From 2019 to the present, COPE has received a few cases related to name changes, some submitted by publishers who had received author queries and some by authors who had requested name changes and encountered obstacles from publishers. Safer and others began a small working group, first consisting solely of cisgender allies but later expanded to include transgender authors. Two January 2021 COPE publications presented publishers with a way forward. An article by Safer summarized the steps taken by the working group and announced the forthcoming guidance, and a guest editorial by Tanenbaum, Rettig, and several colleagues outlined five guiding principles for publishers and COPE to follow when approaching name changes—accessibility, comprehensiveness, invisibility, expediency and simplicity, and recurrence and maintenance.3,4 Safer gave a preview of the COPE guidance, designed to protect authors and minimize harm by not asking for reasons or supporting documentation and by putting an emphasis on “silent corrections,” i.e., edits not requiring the issuance of a formal correction notice.
A robust Q&A followed the presentations. Attendees were most interested in the logistics of implementation, such as changes to archive content and downstreaming to indexing services, and potential abuses, like authors who might attempt to change their names on retracted papers or publish under someone else’s identity. The speakers emphasized that it would be impossible to anticipate and address every contingency with the first iteration of a guidance document and that these recommendations would continue to evolve. All agreed that taking preliminary measures to reduce harm to authors was the more urgent task.
Safer shared that she and members of COPE are currently engaged with a working group at NISO, whose voting members recently approved a working item to develop a recommended practice on name changes in scholarly publications.5 Those recommendations are expected to address items like archive changes and indexing. Tanenbaum mentioned that ACM is moving toward requiring all authors to provide an ORCID iD, noting that ORCID is a much more reliable identifier than names, reveals no personal details about an author, and serves as a useful way to “outsource” the identity verification process.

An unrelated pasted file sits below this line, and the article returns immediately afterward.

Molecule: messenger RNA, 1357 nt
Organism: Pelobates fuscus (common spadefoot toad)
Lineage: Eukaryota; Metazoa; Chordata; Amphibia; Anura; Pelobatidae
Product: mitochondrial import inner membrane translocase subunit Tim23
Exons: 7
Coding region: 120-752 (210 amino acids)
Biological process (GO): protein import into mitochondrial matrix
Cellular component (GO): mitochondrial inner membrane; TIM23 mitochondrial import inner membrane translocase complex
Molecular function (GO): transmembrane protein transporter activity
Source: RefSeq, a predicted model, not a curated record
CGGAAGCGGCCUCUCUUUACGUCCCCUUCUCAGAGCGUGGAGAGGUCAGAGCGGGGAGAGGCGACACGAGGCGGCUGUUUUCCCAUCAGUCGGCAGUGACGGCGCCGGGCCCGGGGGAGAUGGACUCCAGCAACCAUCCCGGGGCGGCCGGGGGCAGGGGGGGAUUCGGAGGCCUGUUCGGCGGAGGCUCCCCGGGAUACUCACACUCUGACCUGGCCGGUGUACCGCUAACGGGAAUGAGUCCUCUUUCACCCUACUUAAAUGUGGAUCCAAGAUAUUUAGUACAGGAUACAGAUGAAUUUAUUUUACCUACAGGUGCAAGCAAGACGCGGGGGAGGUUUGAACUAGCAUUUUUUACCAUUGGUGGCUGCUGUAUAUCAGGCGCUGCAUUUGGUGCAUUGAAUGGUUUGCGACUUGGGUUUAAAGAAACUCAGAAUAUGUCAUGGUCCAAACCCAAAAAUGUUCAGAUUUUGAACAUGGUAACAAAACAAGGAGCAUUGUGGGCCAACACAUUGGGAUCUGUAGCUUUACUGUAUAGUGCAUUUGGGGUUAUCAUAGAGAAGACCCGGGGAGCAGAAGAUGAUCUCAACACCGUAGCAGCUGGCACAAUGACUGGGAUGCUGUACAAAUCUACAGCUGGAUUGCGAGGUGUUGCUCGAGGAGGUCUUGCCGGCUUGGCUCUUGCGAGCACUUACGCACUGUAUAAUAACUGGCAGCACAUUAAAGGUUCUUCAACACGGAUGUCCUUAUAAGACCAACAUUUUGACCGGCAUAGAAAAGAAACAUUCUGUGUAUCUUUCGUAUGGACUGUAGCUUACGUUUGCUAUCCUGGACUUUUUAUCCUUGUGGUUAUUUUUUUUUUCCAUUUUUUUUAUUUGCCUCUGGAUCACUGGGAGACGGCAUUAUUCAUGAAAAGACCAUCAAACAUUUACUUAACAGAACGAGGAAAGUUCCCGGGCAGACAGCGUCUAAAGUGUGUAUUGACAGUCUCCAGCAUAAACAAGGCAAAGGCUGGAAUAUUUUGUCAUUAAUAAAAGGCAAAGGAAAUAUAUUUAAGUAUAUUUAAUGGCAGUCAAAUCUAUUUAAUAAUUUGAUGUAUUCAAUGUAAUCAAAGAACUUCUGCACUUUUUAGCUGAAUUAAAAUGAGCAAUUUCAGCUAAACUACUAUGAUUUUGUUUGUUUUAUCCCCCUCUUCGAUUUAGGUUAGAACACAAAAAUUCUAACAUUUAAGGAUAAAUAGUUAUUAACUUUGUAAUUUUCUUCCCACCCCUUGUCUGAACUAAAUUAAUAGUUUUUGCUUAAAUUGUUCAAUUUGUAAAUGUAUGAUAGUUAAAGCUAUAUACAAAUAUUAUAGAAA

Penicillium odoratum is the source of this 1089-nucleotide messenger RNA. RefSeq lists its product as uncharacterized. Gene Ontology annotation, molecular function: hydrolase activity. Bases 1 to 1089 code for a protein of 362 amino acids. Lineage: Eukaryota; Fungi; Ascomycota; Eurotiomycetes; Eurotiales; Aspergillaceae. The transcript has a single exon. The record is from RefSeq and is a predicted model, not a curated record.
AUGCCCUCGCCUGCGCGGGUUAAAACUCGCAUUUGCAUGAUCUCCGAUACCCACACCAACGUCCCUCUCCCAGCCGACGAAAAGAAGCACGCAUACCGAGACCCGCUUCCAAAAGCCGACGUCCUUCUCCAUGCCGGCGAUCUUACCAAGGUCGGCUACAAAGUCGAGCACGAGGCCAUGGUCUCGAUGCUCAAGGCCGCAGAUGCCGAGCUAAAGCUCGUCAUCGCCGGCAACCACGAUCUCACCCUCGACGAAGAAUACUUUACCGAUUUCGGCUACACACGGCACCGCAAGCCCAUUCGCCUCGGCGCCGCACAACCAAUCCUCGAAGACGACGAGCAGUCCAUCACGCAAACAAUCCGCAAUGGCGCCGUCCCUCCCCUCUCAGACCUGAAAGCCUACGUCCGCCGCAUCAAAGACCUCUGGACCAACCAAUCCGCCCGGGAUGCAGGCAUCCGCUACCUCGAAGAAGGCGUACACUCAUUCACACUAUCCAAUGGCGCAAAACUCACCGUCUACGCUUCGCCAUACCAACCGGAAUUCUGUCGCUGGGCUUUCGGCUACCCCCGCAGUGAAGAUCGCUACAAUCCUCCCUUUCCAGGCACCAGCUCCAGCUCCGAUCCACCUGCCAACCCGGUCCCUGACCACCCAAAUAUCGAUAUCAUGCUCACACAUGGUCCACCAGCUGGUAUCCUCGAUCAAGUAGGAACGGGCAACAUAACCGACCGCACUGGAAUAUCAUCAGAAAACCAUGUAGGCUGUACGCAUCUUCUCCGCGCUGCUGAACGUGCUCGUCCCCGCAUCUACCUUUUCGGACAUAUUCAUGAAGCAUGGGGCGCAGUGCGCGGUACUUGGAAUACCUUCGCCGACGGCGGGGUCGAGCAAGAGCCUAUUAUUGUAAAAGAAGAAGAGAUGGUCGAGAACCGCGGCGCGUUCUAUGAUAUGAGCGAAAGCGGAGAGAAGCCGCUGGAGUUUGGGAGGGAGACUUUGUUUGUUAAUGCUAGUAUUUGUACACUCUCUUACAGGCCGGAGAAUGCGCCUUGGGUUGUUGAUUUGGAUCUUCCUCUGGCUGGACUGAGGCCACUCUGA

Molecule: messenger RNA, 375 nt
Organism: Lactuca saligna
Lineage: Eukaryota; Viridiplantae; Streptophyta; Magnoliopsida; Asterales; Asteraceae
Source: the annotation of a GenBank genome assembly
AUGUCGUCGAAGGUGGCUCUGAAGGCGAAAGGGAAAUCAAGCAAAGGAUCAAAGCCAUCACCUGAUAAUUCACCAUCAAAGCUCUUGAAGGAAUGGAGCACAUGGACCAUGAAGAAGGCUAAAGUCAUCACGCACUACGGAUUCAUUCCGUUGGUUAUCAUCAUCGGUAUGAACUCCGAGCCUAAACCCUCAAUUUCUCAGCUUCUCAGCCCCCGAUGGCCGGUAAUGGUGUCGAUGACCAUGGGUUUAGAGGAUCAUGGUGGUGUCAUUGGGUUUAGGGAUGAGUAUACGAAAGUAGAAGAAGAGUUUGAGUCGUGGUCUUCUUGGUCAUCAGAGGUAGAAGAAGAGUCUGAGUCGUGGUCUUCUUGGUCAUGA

In the course of the discussion, the speakers reiterated that publishers should avoid making judgment calls about who merits a name change and should handle all requests expeditiously, staying ever mindful of the trauma that results from continued deadnaming during the time it takes to figure out whether and how to make a change. Tanenbaum, Rettig, and Safer encouraged anyone seeking practical guidance to reach out with questions. The forthcoming COPE guidance, built on the work of Tanenbaum, Rettig, and other determined author-activists, should provide ample support to publishers seeking to implement a more inclusive policy, should they encounter resistance.
References and Links
- Tanenbaum TJ. Publishers: let transgender scholars correct their names. Nature. https://doi.org/10.1038/d41586-020-02145-3
- Tanenbaum TJ, Speer R, Rettig I, Goetz TG, Z, Spiel K, Watson BM. Towards a trans inclusive publishing landscape. Medium. [accessed August 12, 2021]. https://tesstanenbaum.medium.com/towards-a-trans-inclusive-publishing-landscape-893339b9868d
- Safer RL. Update on COPE guidance regarding author name changes. [accessed August 12, 2021]. https://publicationethics.org/news/update-cope-guidance-regarding-author-name-changes
- Tanenbaum TJ, Rettig I, Schwartz HM, Watson BM, Goetz TG, Spiel K, Hill M. A vision for a more trans-inclusive publishing world: guest article. [accessed August 12, 2021]. https://publicationethics.org/news/vision-more-trans-inclusive-publishing-world
- National Information Standards Organization (NISO). NISO members approve proposal for a new recommended practice to update author name changes. [accessed August 12, 2021]. http://www.niso.org/press-releases/2021/04/niso-members-approve-proposal-new-recommended-practice-update-author-name#:~:text=The%20National%20Information%20Standards%20Organization,a%20Result%20of%20Identity%20Change
*“Publisher” here will refer to any entity that publishes scientific research, including commercial publishers and societies that self-publish journals.